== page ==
Budgeting Basics: Wants vs. Needs



Distinguishing between a need and a want is pretty simple until you find yourself in the middle of the frozen food aisle at the Marketplace with Ben and Jerry calling your name personally. “I have to eat, right?” we might think to ourselves. When you find yourself in town looking at the latest designer blouse, you might think to yourself, “I need clothes on my back so I need this blouse!”


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One of most important keys to managing the household’s finances is the ability to properly distinguish between our needs (the things that we need in our lives in order to survive) and our wants (the things that are not absolutely necessary in order to survive). Some great examples of needs are food, shelter and clothing. While many of us are aware of this, it can be difficult to admit that we have turned some of our wants into needs without even noticing. To that list of needs, we would add saving for the future. This is not an option, but something that is indispensable.

Like the situation above, it is essential that we have the proper vitamins, minerals and nutrients that make our bodies run – does this include the chocolate ice cream that was calling your name? Of course not! This is a want or something we’d like to have. This is, of course, a very simple example but it seems that as soon as our basic needs are met, our personal definition of wants and needs begin to blur.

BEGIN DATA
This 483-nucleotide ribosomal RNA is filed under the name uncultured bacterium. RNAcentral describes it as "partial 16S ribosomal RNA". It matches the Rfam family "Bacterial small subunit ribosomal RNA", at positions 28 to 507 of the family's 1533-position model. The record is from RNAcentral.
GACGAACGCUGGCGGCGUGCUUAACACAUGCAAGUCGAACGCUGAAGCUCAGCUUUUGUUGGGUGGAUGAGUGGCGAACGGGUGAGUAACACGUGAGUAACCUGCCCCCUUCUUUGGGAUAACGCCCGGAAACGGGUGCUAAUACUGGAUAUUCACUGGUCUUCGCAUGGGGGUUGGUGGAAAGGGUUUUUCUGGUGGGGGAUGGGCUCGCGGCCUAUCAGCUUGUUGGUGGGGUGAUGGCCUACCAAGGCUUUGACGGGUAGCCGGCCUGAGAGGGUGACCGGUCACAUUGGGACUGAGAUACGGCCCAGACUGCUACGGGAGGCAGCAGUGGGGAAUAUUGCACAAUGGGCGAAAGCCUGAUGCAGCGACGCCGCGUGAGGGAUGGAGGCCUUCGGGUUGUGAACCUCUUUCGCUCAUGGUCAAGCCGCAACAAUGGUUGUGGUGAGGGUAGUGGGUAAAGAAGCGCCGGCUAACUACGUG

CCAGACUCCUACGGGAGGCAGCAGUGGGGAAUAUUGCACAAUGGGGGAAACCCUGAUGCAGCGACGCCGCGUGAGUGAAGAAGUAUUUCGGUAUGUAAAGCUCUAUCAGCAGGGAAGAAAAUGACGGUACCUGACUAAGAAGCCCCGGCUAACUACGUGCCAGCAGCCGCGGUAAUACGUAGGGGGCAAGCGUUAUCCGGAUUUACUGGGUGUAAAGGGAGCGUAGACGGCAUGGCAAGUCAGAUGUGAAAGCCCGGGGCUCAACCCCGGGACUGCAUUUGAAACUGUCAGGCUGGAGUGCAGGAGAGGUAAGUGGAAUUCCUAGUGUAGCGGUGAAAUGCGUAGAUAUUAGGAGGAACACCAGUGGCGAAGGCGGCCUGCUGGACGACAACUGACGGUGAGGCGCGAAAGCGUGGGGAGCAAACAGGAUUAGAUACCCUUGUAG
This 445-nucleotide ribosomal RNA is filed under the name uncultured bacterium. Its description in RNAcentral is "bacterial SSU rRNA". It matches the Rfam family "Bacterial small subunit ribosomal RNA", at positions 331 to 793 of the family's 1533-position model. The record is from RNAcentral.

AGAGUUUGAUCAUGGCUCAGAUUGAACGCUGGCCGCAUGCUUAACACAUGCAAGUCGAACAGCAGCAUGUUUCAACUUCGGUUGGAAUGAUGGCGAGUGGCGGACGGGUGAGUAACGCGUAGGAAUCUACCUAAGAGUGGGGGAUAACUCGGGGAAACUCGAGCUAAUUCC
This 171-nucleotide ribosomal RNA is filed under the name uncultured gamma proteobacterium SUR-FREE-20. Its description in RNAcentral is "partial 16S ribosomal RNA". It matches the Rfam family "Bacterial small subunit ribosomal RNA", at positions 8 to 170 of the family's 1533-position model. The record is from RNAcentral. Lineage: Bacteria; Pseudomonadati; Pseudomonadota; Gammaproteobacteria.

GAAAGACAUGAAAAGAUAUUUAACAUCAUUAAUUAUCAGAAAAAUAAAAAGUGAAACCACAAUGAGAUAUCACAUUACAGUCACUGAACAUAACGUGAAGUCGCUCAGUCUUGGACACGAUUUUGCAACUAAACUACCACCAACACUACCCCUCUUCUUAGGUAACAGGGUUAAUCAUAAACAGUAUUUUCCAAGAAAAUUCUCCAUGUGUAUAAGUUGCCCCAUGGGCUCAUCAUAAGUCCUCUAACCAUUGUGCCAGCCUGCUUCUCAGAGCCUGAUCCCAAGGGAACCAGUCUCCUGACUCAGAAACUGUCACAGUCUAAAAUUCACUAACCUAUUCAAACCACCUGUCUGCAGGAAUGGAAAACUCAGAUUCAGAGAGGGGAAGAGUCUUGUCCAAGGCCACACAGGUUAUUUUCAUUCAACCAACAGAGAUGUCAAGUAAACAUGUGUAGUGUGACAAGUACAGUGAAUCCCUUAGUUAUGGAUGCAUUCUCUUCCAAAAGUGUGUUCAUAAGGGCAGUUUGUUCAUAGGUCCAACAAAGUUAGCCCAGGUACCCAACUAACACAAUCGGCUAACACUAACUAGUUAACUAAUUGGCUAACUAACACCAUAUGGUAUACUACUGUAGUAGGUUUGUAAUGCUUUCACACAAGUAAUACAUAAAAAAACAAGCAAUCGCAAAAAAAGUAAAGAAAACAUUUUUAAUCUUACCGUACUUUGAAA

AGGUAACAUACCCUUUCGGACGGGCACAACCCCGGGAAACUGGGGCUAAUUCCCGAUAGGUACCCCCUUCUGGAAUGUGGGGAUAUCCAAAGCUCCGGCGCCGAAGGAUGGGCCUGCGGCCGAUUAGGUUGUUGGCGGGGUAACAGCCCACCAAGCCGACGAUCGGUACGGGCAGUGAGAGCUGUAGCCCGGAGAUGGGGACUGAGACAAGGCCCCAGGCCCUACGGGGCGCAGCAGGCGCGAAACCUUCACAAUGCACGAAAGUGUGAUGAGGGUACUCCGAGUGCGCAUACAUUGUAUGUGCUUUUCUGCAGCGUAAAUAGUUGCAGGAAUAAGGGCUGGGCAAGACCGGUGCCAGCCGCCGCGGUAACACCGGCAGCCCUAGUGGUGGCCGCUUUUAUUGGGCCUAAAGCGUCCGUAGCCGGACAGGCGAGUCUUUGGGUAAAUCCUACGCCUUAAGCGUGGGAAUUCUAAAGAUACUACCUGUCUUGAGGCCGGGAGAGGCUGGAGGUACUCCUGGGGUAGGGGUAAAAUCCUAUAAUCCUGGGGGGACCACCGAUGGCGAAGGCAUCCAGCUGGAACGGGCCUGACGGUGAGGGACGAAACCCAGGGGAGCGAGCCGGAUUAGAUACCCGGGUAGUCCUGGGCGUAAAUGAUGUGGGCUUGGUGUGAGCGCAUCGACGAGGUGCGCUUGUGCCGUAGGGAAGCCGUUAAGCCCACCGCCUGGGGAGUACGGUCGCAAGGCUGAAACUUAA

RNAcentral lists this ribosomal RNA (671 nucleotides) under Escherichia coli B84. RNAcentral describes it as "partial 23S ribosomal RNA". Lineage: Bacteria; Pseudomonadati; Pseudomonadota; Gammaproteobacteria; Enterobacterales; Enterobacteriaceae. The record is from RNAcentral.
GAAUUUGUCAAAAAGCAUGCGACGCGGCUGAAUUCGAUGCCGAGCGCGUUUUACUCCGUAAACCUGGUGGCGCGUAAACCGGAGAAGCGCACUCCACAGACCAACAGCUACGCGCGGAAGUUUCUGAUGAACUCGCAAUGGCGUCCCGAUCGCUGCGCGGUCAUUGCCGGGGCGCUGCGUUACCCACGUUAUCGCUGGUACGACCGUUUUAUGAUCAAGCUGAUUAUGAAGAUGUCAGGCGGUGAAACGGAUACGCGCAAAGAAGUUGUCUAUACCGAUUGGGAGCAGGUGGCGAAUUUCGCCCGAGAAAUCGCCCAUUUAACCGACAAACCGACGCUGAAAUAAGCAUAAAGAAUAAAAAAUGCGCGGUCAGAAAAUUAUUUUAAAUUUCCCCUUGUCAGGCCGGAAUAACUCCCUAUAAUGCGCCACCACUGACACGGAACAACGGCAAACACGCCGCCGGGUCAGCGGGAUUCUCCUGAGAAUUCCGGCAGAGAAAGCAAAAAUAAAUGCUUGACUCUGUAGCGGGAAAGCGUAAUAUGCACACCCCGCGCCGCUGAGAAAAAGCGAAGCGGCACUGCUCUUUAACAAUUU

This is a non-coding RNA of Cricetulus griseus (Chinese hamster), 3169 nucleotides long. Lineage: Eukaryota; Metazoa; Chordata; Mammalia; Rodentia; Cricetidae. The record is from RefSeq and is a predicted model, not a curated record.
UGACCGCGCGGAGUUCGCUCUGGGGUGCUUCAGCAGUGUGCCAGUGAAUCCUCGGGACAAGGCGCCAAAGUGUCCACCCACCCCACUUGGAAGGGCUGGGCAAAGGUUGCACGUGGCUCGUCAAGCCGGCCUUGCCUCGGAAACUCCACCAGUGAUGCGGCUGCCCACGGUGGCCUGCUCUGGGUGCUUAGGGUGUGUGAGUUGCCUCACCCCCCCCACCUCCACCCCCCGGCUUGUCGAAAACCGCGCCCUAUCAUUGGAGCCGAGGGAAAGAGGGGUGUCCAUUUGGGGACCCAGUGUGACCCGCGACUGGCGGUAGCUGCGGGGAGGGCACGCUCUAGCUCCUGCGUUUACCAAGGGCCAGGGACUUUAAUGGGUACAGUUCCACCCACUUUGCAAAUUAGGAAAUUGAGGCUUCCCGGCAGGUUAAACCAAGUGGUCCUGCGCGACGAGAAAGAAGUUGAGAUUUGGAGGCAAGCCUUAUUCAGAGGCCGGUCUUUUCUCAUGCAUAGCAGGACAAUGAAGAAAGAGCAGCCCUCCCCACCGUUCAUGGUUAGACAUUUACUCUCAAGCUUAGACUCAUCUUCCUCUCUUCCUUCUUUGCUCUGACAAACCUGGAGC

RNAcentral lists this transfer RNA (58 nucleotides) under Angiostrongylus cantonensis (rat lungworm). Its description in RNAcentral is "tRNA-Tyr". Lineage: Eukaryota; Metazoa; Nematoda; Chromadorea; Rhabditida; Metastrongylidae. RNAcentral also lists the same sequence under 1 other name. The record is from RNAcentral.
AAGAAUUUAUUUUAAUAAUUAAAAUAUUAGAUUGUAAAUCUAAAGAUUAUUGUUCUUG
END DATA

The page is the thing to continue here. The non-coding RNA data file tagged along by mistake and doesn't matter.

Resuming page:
The challenge with creating a budget and saving for the future is that it is intangible. You can’t eat that mutual fund, but I am sure it does go well with a nice Chianti. Paying extra for high-speed internet to catch up on the latest Facebook feed or download music is unarguably a want.

Every situation is different. When creating your budget, it is important to realise that creating wealth begins with taking care of your needs and cutting back on your wants. Setting aside consumption today in order to have greater consumption in the future is hard to do. Wants are important. They make life more than drudgery. But you have to stick to the wants you can afford, and we must be able to prioritize them. For example, there is nothing wrong with having all the movie channels on cable, but it shouldn’t be to the detriment of your budget. If you’re finding that things are a bit tight every month, then maybe a single Netflix account will suffice. You also can reduce spending within your needs. A great example would be to monitor your weekly grocery bill and ask yourself which items are essential for good nutrition and which are expensive luxuries with more affordable substitutes. Also, by doing all your shopping on a Wednesday and taking advantage of the five per cent discount, you can save enough over a year for two weeks of free groceries. By reducing our wants, there likely will be room for additional savings.

Review your budget and identify your needs and your wants. Remember that needs may mean different things to different people. The key here is to be honest with yourself and your budget; to live within your means and reward yourself along the way.


This guide is not a substitute for professional advice, you should always consult with your independent professional advisor.